Paulina has sent us this beautiful testimony about her volunteer work in Rio de Janeiro. During her time in Salgueiro, a pacified community in Zona Norte of Rio, she has been working in the ecological garden of the community. At the same time she was caring for children at the local school, and enjoyed playing and drawing with them. She even taught some English to them. As she says, things move at a different pace in Brazil, you have to be patient. But after a while things start to work out greatly, and you get the support of the nice and welcoming people in the favela.
I had the opportunity to volunteer in Brazil with Iko Poran for three weeks in August 2013. My project was located in Salgueiro, a pacified community very well known for having one of the most famous samba schools in Rio de Janeiro.
In the mornings I worked in an ecological garden that provided food to the poorest families in the community and to the local school, and in the afternoons I helped in what they call “the library”, which is a space where children from the neighborhood come to hang around playing, drawing, painting or learning English.
My volunteer time in Rio was a very nice experience that I’ll never forget. One of the most important things I learnt is that you have to try to not to give up if at any time you have the feeling that the project is not fulfilling your expectations, or that you are not helping enough. You have to always keep in mind that things in Brazil move at a different pace… The best approach to this situation is to face each day with renewed illusion and to always show a positive and proactive attitude.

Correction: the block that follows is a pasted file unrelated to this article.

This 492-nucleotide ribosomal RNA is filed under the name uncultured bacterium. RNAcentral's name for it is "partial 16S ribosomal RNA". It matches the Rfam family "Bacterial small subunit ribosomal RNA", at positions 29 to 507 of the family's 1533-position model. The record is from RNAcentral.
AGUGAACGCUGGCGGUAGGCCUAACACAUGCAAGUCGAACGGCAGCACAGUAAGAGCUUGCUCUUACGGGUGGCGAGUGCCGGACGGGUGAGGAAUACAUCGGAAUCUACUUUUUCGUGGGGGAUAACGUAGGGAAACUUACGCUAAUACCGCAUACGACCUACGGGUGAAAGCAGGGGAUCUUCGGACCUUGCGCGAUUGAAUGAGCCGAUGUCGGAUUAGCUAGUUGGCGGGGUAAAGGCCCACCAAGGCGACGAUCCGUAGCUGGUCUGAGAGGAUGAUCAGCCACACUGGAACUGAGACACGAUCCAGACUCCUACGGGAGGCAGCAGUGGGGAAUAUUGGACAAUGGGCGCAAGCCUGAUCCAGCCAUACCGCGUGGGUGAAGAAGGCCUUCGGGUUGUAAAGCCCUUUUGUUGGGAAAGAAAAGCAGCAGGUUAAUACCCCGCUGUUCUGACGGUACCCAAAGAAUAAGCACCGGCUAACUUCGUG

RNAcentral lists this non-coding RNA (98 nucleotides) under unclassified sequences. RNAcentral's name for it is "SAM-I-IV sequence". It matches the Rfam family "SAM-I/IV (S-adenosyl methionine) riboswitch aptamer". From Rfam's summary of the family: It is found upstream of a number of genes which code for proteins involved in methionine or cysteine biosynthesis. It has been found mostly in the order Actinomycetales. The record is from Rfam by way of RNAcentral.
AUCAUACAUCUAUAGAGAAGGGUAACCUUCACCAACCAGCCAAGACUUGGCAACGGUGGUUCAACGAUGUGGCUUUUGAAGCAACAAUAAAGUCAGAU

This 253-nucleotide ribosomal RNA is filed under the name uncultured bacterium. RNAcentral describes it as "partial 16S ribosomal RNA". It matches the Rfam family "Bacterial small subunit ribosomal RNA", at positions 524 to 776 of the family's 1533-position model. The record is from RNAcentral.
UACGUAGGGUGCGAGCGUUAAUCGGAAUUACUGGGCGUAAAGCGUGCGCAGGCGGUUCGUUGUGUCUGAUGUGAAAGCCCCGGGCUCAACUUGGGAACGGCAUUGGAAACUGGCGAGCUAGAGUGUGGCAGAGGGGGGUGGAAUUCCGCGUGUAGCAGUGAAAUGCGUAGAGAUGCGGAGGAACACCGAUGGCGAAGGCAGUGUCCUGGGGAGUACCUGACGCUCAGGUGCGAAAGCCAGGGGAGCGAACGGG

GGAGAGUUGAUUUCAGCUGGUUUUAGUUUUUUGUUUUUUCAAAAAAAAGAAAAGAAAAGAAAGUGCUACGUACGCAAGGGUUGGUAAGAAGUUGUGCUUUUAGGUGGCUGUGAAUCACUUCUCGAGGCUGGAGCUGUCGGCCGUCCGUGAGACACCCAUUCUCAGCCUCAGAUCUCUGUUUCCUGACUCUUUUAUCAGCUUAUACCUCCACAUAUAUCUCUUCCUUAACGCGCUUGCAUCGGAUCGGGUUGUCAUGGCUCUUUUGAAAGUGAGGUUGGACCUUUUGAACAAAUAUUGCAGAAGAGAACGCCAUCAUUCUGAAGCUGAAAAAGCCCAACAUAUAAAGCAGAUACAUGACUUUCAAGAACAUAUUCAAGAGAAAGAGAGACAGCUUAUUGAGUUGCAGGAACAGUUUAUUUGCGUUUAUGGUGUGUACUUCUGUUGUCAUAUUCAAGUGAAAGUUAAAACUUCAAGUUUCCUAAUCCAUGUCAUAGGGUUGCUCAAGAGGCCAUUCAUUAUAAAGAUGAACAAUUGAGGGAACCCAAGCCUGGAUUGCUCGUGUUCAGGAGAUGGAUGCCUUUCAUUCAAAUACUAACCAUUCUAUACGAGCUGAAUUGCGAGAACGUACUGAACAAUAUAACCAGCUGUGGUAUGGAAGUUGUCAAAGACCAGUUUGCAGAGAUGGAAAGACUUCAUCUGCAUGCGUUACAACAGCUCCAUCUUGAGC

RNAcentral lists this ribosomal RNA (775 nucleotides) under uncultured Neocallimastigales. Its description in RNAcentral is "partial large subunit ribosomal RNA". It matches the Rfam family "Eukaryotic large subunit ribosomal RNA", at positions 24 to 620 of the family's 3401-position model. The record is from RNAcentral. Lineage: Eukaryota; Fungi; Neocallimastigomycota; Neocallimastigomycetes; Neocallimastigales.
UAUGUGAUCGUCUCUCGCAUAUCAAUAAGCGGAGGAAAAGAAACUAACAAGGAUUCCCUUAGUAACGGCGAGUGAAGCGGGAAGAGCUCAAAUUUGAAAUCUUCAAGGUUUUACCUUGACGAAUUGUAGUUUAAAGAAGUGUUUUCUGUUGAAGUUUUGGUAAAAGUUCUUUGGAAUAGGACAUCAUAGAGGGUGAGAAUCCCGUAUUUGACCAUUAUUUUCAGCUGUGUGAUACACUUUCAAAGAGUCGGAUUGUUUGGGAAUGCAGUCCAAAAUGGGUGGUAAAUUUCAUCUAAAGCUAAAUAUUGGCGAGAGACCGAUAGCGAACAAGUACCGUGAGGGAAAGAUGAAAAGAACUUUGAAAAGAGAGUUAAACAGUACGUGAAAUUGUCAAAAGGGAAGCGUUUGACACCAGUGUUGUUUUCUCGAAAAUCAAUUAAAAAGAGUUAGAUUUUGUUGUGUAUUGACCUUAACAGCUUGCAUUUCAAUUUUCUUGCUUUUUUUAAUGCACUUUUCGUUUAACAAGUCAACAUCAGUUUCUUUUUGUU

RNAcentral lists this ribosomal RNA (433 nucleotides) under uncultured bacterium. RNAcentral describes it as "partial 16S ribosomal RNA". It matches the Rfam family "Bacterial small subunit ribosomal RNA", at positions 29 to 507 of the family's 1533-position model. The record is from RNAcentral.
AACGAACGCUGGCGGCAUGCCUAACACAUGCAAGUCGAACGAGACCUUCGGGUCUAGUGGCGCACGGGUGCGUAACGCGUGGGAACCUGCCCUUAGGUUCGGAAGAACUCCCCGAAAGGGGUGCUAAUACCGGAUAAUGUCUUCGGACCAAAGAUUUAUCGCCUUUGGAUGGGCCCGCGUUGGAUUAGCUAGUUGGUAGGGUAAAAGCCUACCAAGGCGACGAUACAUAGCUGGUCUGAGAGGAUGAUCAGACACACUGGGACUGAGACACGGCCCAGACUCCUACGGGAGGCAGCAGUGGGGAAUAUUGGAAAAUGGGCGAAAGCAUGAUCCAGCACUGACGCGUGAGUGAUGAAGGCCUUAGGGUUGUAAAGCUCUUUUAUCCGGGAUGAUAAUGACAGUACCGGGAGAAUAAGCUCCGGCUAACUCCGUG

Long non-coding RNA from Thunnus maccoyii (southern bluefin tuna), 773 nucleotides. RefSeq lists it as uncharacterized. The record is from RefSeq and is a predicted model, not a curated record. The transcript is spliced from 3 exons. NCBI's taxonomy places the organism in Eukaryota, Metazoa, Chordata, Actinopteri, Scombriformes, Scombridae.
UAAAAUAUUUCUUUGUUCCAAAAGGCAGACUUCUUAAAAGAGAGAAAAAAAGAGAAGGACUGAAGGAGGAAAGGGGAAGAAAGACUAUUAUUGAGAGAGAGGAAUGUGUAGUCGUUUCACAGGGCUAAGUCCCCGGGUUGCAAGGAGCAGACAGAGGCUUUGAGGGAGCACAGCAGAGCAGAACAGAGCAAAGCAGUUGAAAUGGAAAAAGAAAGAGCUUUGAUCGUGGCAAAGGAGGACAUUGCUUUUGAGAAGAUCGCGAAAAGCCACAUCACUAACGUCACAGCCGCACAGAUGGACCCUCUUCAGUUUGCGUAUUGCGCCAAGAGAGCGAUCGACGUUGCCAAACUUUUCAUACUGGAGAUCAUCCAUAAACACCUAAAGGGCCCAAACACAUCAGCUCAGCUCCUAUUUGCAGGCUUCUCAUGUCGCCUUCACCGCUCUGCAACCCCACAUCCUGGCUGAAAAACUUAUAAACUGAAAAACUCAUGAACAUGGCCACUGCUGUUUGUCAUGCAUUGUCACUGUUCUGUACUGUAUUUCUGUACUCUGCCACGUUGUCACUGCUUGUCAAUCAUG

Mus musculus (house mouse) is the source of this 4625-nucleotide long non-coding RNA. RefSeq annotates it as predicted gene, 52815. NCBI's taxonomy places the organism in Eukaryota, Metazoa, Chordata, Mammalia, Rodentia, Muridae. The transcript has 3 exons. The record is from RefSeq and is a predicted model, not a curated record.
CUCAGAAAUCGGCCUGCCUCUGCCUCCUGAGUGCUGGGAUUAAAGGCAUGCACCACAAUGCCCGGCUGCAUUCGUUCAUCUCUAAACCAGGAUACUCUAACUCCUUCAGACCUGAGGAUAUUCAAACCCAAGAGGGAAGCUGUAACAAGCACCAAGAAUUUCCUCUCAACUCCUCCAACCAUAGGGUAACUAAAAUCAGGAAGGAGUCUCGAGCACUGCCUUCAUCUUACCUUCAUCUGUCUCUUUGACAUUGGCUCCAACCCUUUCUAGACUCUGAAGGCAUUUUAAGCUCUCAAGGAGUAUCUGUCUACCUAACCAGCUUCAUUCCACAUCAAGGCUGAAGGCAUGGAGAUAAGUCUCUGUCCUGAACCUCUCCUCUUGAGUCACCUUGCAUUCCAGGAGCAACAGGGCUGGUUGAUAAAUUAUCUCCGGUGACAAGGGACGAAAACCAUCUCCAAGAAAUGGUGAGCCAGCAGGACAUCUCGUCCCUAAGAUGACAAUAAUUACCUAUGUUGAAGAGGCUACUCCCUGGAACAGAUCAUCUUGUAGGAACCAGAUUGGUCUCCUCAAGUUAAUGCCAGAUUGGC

The best part of the gardening project was meeting the people who work there: nice, friendly and welcoming people, who quickly opened the door of their home to me and their hearts.
In the project with children I learnt that just with our presence, we prevent these kids from being in the streets exposed to dangers and possible negative influences. I also learnt that what really matters is the love you give and that you receive from them in huge amounts. It’s almost amazing to see how their smiles can light up your day and also motivate you to keep going and value the work you are doing there.
This experience also allowed me to meet amazing people. I’m talking about the other volunteers from different nationalities that lived in the same house as me, and also the Iko Poran team. They’re all lovely people that I hope to see again someday!– Paulina Dañino
How to be a volunteer in Rio de Janeiro?
Family Volunteering in Brazil: Rebecca Wolman an her two daughters with football and capoeira in Rio!